The C. S. Lewis Reader's Encyclopedia

By Jeffrey D. Schultz and John G. West, eds.
Grand Rapids : Zondervan (1998). 464 Pages.

Reviewed by Dr. Dennis Swanson
13.1 (Spring 2002) : 140-141

 It is generally an honor to an exceptional life or significant contributions that an individual will earn an entry in an encyclopedia or reference work. Few earn enough respect to have a whole encyclopedia devoted to them. C. S. Lewis (1898- 1963), however, is certainly worthy of such an endeavor, his written works in the areas of literary criticism, fiction, theology, and ethics constitute one of the most diverse and penetrating bodies of work of the twentieth century.

This work is eminently readable and the format is clear. There is an excellent “Brief Biography” (9-65) written by John Bremer. The appendices include additional resources on Lewis, a timeline of his life, a listing of his article titles and a listing of the contributors. The articles themselves cover everything about Lewis, including his works, associates, friends, and thoughts on various literary, theological, and ethical issues. The volumes are well illustrated and there are several useful charts. Among those is a chart listing his famous radio addresses on “Mere Christianity” on the BBC during World War II.

Interest in Lewis, although always at a high level, has been seemingly reenergized in recent years. His most popular works, The Chronicles of Narnia (1948- 54), The Screwtape Letters (1941), Mere Christianity (1941), Miracles (1947), among others, have remained in print since their original publications. The recent success of the Harry Potter book series and movie as well as the beginning of the theatrical release of J. R. R. Tolkein’s Lord of the Rings Trilogy, has brought renewed interest in Lewis. Those who are working through the issues regarding the place of such fiction in the Christian life will be well served by referencing this work and Lewis’ thoughts on these matters.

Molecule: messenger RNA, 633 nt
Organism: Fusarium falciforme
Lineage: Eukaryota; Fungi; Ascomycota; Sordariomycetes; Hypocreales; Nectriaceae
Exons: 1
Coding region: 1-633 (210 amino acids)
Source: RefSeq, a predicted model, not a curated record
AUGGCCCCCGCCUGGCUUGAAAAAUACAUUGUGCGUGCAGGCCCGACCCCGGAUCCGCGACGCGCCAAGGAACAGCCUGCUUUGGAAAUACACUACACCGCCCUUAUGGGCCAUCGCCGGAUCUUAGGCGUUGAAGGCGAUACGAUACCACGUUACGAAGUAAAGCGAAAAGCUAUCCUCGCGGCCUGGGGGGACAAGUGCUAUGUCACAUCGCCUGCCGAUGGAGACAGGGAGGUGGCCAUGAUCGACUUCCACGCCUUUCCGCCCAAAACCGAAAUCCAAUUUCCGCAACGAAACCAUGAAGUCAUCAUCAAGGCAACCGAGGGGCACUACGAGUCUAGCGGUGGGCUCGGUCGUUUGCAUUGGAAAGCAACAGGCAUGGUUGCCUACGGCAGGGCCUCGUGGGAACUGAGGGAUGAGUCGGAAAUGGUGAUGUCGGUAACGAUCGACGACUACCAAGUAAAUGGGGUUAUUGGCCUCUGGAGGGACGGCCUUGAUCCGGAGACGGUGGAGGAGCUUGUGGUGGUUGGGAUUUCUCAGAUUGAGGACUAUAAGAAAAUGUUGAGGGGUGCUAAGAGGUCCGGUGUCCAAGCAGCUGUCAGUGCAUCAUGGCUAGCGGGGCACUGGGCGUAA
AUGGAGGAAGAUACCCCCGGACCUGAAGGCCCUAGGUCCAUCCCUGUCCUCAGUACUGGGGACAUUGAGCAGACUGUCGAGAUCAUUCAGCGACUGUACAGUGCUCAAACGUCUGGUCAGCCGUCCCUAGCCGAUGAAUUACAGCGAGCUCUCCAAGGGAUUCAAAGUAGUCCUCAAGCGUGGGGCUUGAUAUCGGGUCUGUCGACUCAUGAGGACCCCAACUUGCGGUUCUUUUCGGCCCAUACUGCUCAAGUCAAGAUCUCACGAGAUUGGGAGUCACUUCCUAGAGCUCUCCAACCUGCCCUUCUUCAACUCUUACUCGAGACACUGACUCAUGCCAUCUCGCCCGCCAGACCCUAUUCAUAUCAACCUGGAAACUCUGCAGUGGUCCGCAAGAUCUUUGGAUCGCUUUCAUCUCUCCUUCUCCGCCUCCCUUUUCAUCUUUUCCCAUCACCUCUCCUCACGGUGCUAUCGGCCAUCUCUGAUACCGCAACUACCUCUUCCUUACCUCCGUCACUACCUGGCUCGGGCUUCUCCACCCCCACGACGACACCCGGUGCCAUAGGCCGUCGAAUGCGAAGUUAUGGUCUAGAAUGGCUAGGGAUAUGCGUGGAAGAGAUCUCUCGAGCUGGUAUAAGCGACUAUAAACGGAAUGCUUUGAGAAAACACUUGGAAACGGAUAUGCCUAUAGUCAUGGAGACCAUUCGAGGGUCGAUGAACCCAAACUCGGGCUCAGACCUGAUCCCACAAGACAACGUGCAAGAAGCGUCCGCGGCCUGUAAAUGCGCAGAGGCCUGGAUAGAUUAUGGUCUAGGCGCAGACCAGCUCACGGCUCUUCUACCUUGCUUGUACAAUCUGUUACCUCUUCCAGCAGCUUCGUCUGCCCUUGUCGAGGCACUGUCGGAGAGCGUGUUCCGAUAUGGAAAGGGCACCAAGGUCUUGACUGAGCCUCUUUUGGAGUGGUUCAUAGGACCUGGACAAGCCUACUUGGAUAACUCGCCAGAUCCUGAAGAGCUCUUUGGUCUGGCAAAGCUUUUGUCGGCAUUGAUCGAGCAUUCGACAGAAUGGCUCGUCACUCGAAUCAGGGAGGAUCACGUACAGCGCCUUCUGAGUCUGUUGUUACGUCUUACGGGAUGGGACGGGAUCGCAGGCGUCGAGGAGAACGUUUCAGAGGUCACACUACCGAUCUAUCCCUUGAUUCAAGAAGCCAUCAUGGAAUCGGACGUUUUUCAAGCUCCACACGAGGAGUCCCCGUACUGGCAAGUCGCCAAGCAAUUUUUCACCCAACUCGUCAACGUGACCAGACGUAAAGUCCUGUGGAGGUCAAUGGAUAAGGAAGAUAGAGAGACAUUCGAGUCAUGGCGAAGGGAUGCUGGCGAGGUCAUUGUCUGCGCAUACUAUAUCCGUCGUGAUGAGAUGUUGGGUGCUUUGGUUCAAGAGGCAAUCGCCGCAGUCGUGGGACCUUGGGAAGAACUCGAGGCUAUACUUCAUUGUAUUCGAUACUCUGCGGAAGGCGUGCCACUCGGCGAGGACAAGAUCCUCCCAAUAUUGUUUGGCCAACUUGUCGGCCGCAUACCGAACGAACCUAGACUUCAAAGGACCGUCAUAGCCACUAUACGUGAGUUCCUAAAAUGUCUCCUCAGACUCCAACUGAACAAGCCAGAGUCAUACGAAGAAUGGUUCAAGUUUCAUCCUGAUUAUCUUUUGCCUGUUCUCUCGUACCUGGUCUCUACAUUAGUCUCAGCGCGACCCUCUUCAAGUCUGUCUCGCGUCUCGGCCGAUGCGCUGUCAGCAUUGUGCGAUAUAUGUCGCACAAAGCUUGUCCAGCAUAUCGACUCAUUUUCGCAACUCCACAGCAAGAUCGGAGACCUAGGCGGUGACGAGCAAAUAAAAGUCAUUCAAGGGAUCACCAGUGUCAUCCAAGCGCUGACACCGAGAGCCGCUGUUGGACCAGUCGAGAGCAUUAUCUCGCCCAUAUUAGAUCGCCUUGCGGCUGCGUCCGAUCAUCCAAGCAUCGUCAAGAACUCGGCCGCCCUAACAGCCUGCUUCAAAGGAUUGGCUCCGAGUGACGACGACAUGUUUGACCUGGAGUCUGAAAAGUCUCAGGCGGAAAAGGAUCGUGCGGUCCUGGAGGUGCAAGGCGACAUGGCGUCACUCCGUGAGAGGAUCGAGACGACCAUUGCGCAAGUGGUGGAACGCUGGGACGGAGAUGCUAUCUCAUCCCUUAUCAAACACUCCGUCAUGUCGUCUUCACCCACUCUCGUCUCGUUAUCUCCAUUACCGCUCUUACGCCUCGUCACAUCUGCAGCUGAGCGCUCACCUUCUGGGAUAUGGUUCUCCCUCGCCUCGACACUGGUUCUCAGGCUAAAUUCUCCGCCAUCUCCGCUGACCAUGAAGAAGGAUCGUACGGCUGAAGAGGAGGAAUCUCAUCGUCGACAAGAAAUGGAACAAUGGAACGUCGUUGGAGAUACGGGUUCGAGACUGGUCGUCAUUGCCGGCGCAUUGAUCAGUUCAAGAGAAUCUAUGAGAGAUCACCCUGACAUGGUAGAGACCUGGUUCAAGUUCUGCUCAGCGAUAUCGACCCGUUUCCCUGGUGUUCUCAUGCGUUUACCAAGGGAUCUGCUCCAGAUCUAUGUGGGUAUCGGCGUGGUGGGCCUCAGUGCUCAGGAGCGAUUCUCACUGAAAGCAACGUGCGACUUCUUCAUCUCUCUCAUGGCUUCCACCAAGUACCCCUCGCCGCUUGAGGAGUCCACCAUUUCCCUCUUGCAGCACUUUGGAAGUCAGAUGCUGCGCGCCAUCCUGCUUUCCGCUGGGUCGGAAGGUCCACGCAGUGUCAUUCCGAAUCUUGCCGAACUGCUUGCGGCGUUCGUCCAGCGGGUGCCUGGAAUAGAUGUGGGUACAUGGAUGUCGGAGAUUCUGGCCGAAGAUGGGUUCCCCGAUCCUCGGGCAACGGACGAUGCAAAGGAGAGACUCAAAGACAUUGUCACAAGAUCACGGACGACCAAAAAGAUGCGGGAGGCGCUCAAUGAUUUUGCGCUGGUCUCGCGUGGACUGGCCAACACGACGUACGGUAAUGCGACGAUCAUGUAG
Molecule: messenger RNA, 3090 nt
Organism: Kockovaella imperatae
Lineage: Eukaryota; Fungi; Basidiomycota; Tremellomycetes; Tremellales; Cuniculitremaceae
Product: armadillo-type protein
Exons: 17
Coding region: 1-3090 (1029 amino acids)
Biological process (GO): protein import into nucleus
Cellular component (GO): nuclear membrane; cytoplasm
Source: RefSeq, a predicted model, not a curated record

Perhaps the most important article to read in this work is that on “Theology.” Here Lewis is aptly described by the author:

C. S. Lewis was not a professional theologian, nor was he a ‘lay theologian’ as some have claimed. He wrote no books of theology nor has he left us a system of theological thought. His religious works such as The Problem of Pain, Miracles, and Mere Christianity were intended to evangelize and to instruct in the basics of the common faith (orthodoxy) held by all Christians (399).

Lewis is almost impossible to classify theologically. His beliefs on matters such as eternal punishment, purgatory, inspiration, and even the singularity of Christ and the gospel in terms of saving faith were certainly not conservative. His theological conclusions were driven more by Platonic philosophy and the church fathers than by an examination of the text. He remains popular in conservative circles mainly on the strength of two works, Mere Christianity and Miracles. However, Lewis is also a popular source of quotable material for universalists and proponents of Openness Theology.

For those who are interested in Lewis, this work serves as a great introduction to his writing and thoughts. The biography alone is worth the price of the work. This volume is highly recommended.